- Directed by Matt Johnson
- Written by Matt Johnson and Matthew Miller, based on the book Losing the Signal by Sean Silcoff and Jacquie McNish
- Starring Jay Baruchel, Glenn Howerton and Matt Johnson
- Classification N/A; 122 minutes
- Premiered Feb. 17 at the Berlinale; opens in Canadian theatres April 28
Almost overnight, the BlackBerry changed the way the world works. So it is fitting that the movie chronicling the rise and fall of the Canadian tech sensation should come from a director who has, not quite overnight but in a remarkably short amount of time, changed the way the Canadian film world works.
Since kicking down the doors of Canadian cinema in 2013 with his dark school-shooting comedy The Dirties, Matt Johnson and his ever-expanding band of misfits – producer Matthew Miller, music man/sometimes co-star Jay McCarrol, cinematographer Jared Raab, editor Curt Lobb, and many more – have changed the rules of the CanCon game.
Johnson’s work – The Dirties, Operation Avalanche, the Viceland series Nirvanna the Band the Show, and even the Amazon Kids+ cartoon Matt & Bird Break Loose – is brash, confrontational and deceptively chaotic. There is a controlled, ambitious discipline to all the onscreen anarchy. His work is a riotous, fiery kind of comedy whose subterfuge is so subtly stage-managed that you don’t see the cans of gas fuelling the flames higher and higher.
In BlackBerry, though, Johnson is taking on a bigger, and more daring, challenge than he has ever confronted. Forget breaking into the Royal Ontario Museum’s archives for a Nirvanna the Band the Show stunt or secretly invading NASA headquarters to film Operation Avalanche – telling the story of Canada’s most famous, and then infamous, corporation is an act akin to painting a big fat red maple leaf-shaped target on your back. Shouldn’t such a Heritage Minute be reserved for a staid docudrama series that might have once upon a time aired Saturday night on CTV and then promptly been tossed into the cable TV ether? Or, worse yet, adapted by Americans at Netflix and filmed on an anonymous Atlanta sound stage?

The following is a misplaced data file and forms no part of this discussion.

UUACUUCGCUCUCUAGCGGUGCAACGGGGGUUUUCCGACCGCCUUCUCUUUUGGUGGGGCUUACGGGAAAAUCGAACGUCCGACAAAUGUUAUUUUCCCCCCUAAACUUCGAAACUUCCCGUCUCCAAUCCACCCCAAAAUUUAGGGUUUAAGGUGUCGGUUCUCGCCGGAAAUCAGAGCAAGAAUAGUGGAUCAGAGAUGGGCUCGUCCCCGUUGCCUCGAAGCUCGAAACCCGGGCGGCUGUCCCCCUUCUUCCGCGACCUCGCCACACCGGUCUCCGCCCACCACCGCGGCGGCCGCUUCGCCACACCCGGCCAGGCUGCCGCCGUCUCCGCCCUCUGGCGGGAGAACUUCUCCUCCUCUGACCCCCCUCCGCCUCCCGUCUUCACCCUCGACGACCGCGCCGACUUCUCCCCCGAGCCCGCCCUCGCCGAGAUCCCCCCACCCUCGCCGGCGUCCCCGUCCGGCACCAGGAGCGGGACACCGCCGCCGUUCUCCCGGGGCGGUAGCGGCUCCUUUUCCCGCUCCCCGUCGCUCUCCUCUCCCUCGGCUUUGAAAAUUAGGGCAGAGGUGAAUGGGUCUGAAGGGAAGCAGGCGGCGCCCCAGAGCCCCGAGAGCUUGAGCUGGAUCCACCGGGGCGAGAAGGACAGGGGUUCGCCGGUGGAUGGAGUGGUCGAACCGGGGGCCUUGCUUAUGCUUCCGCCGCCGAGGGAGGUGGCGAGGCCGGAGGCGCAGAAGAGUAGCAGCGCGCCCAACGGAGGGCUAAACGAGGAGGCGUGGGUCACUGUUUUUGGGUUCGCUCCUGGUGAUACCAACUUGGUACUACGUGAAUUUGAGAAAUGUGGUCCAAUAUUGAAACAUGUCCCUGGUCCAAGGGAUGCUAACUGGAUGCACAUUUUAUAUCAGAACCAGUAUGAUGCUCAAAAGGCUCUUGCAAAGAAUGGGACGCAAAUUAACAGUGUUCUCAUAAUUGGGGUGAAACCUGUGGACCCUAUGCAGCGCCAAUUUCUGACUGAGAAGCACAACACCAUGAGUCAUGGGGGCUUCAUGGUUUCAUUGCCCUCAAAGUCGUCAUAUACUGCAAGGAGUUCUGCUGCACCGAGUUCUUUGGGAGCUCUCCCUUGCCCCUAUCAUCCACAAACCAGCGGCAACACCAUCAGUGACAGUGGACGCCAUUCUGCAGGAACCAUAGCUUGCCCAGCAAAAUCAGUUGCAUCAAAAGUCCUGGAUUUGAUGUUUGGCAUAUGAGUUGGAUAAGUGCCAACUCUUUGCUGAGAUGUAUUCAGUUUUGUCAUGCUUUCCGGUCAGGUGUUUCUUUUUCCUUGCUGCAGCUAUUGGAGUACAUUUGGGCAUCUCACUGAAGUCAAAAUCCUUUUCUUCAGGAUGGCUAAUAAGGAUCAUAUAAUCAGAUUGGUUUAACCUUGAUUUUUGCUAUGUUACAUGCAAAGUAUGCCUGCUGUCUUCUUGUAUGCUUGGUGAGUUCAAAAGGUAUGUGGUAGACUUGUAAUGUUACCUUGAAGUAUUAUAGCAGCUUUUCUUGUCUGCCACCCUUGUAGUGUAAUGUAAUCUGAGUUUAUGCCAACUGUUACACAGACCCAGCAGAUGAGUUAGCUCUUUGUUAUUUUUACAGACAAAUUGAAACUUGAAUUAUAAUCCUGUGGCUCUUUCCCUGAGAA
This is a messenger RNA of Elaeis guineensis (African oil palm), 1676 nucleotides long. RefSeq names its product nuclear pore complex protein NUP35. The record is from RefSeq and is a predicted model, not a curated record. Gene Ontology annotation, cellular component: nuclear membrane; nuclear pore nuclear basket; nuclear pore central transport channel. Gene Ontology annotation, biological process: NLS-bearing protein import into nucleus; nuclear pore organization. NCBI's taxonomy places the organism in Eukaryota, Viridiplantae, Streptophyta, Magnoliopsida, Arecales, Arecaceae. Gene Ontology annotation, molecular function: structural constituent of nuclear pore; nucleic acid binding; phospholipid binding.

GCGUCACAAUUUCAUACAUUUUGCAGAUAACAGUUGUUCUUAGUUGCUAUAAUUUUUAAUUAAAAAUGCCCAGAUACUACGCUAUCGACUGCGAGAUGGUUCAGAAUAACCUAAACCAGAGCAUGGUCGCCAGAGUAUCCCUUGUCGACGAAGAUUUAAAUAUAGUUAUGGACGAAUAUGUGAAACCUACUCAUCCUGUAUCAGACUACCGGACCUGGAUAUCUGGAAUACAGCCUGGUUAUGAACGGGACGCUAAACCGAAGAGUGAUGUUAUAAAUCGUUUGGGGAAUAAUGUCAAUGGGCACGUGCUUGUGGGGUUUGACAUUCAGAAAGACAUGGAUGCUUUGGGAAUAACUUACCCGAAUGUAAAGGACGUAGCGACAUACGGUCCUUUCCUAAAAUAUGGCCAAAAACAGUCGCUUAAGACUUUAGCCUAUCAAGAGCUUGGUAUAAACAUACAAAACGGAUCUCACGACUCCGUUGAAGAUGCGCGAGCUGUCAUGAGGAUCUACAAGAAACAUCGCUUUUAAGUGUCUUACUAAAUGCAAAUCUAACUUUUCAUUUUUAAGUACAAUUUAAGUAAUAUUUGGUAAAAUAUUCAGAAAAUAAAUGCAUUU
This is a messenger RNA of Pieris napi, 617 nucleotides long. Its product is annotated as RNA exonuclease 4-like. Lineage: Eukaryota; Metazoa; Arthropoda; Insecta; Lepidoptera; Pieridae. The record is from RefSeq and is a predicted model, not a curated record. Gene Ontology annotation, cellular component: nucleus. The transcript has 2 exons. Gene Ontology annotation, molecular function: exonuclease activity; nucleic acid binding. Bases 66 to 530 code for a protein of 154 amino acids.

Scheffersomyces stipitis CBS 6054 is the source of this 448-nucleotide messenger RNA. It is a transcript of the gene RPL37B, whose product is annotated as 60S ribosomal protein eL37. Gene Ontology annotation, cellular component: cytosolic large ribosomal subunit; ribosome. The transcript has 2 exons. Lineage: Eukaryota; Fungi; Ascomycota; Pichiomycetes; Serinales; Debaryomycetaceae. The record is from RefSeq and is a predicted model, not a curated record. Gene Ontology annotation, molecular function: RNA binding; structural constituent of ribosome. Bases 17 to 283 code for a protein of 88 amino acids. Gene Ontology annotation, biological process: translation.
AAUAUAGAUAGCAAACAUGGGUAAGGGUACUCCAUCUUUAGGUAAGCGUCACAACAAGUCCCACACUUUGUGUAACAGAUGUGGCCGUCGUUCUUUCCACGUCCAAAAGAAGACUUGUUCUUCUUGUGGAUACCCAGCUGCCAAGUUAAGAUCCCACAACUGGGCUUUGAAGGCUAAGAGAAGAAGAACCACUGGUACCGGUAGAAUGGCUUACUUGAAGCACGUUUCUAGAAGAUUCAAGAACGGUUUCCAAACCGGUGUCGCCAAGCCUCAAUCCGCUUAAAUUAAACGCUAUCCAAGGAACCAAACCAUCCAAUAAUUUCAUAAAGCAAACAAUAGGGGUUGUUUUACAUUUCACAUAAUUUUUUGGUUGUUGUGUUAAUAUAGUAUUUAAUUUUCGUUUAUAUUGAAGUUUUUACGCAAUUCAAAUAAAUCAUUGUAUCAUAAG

Instead, Johnson got his busy, twitchy hands on the story, and now we have Canadian cinema’s answer to The Social Network. This is a relentlessly live-wire film that deserves its spotlight on the world stage at this year’s Berlinale: BlackBerry is funny, fast and nerve-rattling. And it is always – always – intensely entertaining.
A very loose adaptation of the 2015 book Losing the Signal: The Untold Story Behind the Extraordinary Rise and Spectacular Fall of BlackBerry (written by Globe and Mail journalists Sean Silcoff and Jacquie McNish, the latter of whom later moved to The Wall Street Journal), the film opens with the disclaimer that it is a “fictionalization“ inspired by real events. Which means that anyone expecting a detailed look at, say, the company’s protracted battle with the U.S. Securities and Exchange Commission should prepare themselves. This is compressed corporate history, more focused on the raging personalities and soul-testing temptations that come with success rather than cataloguing the bricks and mortar of building, and then destroying, a business.
Kicking off in 1996, when the world is still tethered to desktop computing, the film follows a prematurely grey mechanical genius named Mike Lazaridis (Baruchel) and his best friend Doug Fregin (Johnson, in a very Johnson-y role as chief trouble maker). While trying to find investors for their tiny Waterloo, Ont., company called Research In Motion, the pair stumble and bumble, more accustomed to building circuit boards than pleasing people.